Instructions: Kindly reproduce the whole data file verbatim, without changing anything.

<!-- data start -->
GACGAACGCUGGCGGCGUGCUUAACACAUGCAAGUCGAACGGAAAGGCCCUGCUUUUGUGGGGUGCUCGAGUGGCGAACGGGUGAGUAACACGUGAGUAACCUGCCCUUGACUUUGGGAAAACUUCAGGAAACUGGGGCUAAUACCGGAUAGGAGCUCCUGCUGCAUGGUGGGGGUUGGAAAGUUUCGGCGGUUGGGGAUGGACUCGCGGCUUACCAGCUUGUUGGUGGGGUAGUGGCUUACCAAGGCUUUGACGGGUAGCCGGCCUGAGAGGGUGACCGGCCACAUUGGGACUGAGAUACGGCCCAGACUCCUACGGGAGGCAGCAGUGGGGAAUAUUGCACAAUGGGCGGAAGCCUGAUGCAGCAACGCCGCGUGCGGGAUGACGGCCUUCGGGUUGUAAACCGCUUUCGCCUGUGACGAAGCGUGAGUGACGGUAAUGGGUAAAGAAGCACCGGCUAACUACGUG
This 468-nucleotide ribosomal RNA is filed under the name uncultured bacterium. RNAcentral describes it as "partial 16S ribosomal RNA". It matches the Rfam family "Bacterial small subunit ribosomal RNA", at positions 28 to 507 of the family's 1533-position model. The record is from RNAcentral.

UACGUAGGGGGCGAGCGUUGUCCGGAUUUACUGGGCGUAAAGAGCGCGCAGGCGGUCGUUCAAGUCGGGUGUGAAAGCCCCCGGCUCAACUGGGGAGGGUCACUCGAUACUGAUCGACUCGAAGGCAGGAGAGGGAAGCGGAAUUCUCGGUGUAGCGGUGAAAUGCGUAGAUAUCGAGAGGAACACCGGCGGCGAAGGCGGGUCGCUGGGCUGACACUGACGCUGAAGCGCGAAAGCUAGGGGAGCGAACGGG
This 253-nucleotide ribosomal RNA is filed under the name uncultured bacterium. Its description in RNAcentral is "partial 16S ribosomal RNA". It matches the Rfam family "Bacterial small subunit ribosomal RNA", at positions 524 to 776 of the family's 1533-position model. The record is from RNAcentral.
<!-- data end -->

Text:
GACGAACGCUGGCGGCGUGCUUAACACAUGCAAGUCGAACGGAAAGGCCCUGCUUUUGUGGGGUGCUCGAGUGGCGAACGGGUGAGUAACACGUGAGUAACCUGCCCUUGACUUUGGGAAAACUUCAGGAAACUGGGGCUAAUACCGGAUAGGAGCUCCUGCUGCAUGGUGGGGGUUGGAAAGUUUCGGCGGUUGGGGAUGGACUCGCGGCUUACCAGCUUGUUGGUGGGGUAGUGGCUUACCAAGGCUUUGACGGGUAGCCGGCCUGAGAGGGUGACCGGCCACAUUGGGACUGAGAUACGGCCCAGACUCCUACGGGAGGCAGCAGUGGGGAAUAUUGCACAAUGGGCGGAAGCCUGAUGCAGCAACGCCGCGUGCGGGAUGACGGCCUUCGGGUUGUAAACCGCUUUCGCCUGUGACGAAGCGUGAGUGACGGUAAUGGGUAAAGAAGCACCGGCUAACUACGUG
This 468-nucleotide ribosomal RNA is filed under the name uncultured bacterium. RNAcentral describes it as "partial 16S ribosomal RNA". It matches the Rfam family "Bacterial small subunit ribosomal RNA", at positions 28 to 507 of the family's 1533-position model. The record is from RNAcentral.

UACGUAGGGGGCGAGCGUUGUCCGGAUUUACUGGGCGUAAAGAGCGCGCAGGCGGUCGUUCAAGUCGGGUGUGAAAGCCCCCGGCUCAACUGGGGAGGGUCACUCGAUACUGAUCGACUCGAAGGCAGGAGAGGGAAGCGGAAUUCUCGGUGUAGCGGUGAAAUGCGUAGAUAUCGAGAGGAACACCGGCGGCGAAGGCGGGUCGCUGGGCUGACACUGACGCUGAAGCGCGAAAGCUAGGGGAGCGAACGGG
This 253-nucleotide ribosomal RNA is filed under the name uncultured bacterium. Its description in RNAcentral is "partial 16S ribosomal RNA". It matches the Rfam family "Bacterial small subunit ribosomal RNA", at positions 524 to 776 of the family's 1533-position model. The record is from RNAcentral.